So if you look around, there’s millions of podcasts out there now at this stage. Podcast listenership is going through the roof. That’s all great. And in fact, I love when I hear that someone has listened to our podcast because it means that they’ve spent a lot of time listening to me and listening to my ideas. But make no mistake, all of you who are listening are for our business and for our podcast, a real bonus. The real money is made in the relationships that are built through our interviews. I want you to see that in this medium, there’s something a little bit different in it. If you look at the other ways that you can market through the internet, most of them are focused on building up a big, big audience. And that’s hard to do and it’s becoming harder all the time.
This strategy’s very different. It goes the other direction. It says how can I take the smallest group of people that I can possibly get to, because that’s going to be easier than anything else. And how can I build really strong relationships with them so that it supports commerce? That’s what this is all about. So that’s the first way that you make money with a podcast. So, let’s take a look at the second way that you make money with a podcast.
All right, so we’ve talked about this podcast prospecting method, but that’s only one of the ways that you get results from a podcast. The other way is through one of my favorite ways to develop new business and that’s through referral. But as you all know if you’ve been around me for a long time, the old way of doing referrals is something that I think is broken. And it’s always been broken. It’s worked, but it’s random. And with all of these conversations that you’re having through a platform like a podcast and all of these relationships that you’re building, not all of these people who could be potential clients for you are going to become clients. That’s just the way of the world.
You’re not going to have 100% conversion rate and that’s okay, but you’re still building a really good relationship with someone. They’re going to understand by the time you’re finished, what you do. And as we found, they become really good sources of referrals over time. In fact in just the last nine months, just from people we’ve interviewed on our podcast, we’ve done over six figures in referral business. First year referral business. Our business is built on recurring revenue. Those clients will stay with us over time, and there’s a compounding effect there. And some of those relationships that we built through the podcast have referred multiple clients to us.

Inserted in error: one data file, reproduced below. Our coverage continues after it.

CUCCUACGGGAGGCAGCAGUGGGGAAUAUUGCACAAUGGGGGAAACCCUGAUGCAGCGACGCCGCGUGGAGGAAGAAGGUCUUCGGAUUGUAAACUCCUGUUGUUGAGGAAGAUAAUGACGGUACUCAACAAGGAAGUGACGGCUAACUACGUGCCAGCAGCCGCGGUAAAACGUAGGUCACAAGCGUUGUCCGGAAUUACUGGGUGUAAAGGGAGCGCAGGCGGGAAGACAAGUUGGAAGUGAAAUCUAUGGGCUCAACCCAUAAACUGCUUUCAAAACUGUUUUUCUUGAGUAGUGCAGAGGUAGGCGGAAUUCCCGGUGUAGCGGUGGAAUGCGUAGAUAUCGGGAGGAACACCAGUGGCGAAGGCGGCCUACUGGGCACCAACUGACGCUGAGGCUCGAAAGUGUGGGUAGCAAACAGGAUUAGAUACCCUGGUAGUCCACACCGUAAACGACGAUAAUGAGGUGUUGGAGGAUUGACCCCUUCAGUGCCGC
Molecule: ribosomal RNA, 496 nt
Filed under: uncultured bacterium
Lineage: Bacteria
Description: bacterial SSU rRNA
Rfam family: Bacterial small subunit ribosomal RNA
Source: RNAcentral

So you can create these really powerful referral sources as you do these interviews. Because not everybody as you’ll find out is going to be a perfect fit to be a client for you. But what we’ve found is that sometimes it’s even better when we interview someone and their clients are really good potential clients for us. So that’s the other way that you can use a podcast to drive your business forward. You can create these relationships and do it without having to run around doing all this crazy networking, going to these networking groups and spending all this time. You can do it in a very time efficient way and in a very powerful way, and in a way that that person won’t forget. Most of the people that you’ll interview will only ever appear on your podcast, which means you’re going to hold a very unique place in their mind.
Now to support all of this, we do some things that I think most people probably don’t do with a podcast because I’ve been on a lot of podcasts and I’ve never had anybody do this for me. But when we have a guest on our podcast and when any of our clients have a guest on their podcast, we send them a box in the mail with some goodies. Because again, we’re trying to support this relationship. So they get this big box in the mail and it’s got all these goodies in it. For our clients it’s all branded to them. And there’s things in there that the client’s not going to get rid of. They’re not going to throw it away. So now our clients are owning real estate in the physical world of all of the people that they interview, all these potential clients, all these referral partners, so that they’re remembered.
So focus on, no matter what you do, whether you use a podcast. I love the podcast method because it’s so easy to create relationships and get business people to come and want to talk to you. But whatever you do, focus all of your marketing on creating relationships. So, let’s look at some of the reasons why you might be thinking, “This won’t work for me,” because I hear that a lot.
So, I’ve described some pretty amazing results for sure. And you might be thinking, “Well, could I really do that? Yeah, I’m listening to Steve. He’s got this really big following and he’s got this big podcast audience.” And that’s where you’d be wrong. See in internet fame terms, we have a very, very small audience. When we started our podcast the very first few months, we didn’t hit 500 downloads in a month. But I didn’t care, because the goal was to build business relationships. And it worked. It worked then when we were small, and we’ve grown. We’re still not a huge, huge podcast audience. We’re really grateful that you’re here and that you’re listening, but there aren’t tens of thousands, or hundreds of thousands, or millions of you listening right now.